As it prepares for the upcoming school year, the main priority for Charter Schools USA is to continue to assess the specific needs of the local schools, then develop a comprehensive plan and hire “the best” personnel to address them.

Hage, however, said the process of completely understanding the needs of Emma Donnan, Manual and Howe has been difficult because Indianapolis Public Schools (IPS), which will have to relinquish leadership of the schools, has been unwilling to share important data with Charter Schools USA or EdPower.

“We haven’t received much goodwill from the district on that,” Hage said. “We haven’t had access to the student lists.”

In a separate interview Mary Louise Bewley, a spokesperson for IPS, said that is simply not true, and district officials are offended by accusations that they haven’t been cooperative.

In fact, she said, the district has held a joint presentation with officials from Charter Schools USA and EdPower, and distributed letters to parents describing the plans of both IPS and the private operators.

“We have gone out of our way to be helpful,” Bewley said. “It is insulting to hear that we’re being described as throwing up a block.”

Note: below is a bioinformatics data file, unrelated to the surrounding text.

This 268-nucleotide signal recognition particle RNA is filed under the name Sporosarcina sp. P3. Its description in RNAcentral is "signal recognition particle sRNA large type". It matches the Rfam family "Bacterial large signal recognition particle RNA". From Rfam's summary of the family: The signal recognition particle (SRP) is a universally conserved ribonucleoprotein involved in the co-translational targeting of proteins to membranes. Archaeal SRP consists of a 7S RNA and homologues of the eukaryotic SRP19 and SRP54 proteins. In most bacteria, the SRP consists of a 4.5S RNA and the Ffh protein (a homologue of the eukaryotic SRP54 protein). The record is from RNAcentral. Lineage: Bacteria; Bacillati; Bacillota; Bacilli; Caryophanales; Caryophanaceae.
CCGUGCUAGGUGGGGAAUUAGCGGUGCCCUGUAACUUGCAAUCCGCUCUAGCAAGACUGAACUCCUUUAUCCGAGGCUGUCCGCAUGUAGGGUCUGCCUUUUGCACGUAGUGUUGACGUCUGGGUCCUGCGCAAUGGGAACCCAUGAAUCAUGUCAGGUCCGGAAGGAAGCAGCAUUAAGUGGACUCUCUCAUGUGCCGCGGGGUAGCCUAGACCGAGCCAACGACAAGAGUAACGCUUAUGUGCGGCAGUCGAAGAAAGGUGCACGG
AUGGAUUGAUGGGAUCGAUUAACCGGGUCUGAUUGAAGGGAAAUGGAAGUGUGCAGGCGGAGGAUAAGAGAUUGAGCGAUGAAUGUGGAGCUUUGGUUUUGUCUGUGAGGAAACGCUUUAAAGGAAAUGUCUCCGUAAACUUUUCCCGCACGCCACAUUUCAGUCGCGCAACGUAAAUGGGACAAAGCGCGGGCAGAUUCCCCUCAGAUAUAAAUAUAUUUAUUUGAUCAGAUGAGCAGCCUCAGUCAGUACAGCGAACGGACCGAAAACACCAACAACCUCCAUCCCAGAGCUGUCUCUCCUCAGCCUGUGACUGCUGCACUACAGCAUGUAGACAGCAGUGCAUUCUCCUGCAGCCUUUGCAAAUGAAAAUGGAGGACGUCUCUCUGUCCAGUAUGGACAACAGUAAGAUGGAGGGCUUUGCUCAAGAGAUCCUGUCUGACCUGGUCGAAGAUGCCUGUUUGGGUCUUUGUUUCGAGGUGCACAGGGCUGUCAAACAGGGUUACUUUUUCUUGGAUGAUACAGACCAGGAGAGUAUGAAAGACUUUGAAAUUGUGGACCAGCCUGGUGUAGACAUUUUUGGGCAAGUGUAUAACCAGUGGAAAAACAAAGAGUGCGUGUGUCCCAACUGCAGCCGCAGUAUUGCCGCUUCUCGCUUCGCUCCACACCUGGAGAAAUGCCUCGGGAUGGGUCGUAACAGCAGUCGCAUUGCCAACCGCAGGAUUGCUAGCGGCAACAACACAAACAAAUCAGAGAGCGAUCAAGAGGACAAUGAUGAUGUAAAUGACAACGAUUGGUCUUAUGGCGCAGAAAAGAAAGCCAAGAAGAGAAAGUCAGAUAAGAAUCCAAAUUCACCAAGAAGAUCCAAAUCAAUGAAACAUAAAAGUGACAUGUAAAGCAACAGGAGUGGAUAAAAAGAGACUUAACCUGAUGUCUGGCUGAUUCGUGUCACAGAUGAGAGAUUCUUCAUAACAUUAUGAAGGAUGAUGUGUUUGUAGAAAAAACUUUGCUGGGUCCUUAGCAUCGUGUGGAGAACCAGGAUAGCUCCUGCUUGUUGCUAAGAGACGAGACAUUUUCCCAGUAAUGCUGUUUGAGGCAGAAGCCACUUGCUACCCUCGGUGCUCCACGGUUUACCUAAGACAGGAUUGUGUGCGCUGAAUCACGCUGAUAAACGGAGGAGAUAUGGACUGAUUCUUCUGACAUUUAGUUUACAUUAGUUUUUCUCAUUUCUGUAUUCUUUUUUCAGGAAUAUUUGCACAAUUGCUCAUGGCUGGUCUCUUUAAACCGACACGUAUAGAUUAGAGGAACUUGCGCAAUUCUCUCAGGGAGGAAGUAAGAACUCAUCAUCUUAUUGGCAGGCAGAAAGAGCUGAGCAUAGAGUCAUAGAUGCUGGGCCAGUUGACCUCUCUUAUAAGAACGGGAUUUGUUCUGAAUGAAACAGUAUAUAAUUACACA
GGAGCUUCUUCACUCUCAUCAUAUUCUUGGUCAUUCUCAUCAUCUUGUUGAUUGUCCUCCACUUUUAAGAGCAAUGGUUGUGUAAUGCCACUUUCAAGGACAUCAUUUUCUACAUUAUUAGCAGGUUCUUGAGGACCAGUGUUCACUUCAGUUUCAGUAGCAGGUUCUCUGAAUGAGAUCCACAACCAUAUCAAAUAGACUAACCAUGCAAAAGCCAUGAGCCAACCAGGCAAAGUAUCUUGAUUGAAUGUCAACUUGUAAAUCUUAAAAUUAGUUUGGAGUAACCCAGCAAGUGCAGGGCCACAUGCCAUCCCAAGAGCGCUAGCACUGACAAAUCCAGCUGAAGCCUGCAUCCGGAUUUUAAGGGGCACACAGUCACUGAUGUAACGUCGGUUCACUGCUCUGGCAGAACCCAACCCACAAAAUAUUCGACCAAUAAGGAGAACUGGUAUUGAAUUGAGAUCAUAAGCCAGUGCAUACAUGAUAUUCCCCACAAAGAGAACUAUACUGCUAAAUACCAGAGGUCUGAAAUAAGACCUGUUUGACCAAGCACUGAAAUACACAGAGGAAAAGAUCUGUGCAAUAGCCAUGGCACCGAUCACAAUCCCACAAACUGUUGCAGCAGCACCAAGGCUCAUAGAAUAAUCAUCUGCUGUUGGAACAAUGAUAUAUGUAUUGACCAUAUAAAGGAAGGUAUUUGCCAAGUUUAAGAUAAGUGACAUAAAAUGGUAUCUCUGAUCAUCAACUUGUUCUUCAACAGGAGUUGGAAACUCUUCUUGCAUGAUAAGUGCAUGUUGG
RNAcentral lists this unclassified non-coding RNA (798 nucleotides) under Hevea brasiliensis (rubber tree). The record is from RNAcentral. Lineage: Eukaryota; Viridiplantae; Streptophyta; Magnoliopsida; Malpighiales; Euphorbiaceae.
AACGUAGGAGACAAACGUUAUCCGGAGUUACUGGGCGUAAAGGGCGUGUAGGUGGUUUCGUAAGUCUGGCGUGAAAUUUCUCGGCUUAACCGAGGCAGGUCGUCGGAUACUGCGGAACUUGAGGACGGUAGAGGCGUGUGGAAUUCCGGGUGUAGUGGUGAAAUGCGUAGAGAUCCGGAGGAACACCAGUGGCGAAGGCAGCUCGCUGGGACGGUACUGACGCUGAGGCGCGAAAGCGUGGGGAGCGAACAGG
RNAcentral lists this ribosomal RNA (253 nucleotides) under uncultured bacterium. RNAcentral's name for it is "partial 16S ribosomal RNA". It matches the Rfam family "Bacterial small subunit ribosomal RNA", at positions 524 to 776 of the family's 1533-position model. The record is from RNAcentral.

IPS has also noted that just 62 percent of students at the four “turnaround” schools have chosen to remain with them under new leadership. Other students plan to attend different IPS schools.

Hage said Charter Schools USA will continue to “get on the ground” and find out what’s going on in the schools and the community directly from concerned residents.

“We’ve been going through every single classroom observing teachers, meeting with parents and students and conducting community affairs meetings every week,” he said.

Finally, Hage stated that he understands the concerns of local parents who feel their opinions are not always heard or taken into account, in both inner city and township districts. Charter Schools USA educators, he said, will take their concerns and complaints seriously.

“We want to work with parents and know what we’re doing right and what we’re doing wrong,” Hage said. “Parents are encouraged to be part of this process. All research shows that parental involvement is the No. 1 indicator of child success.”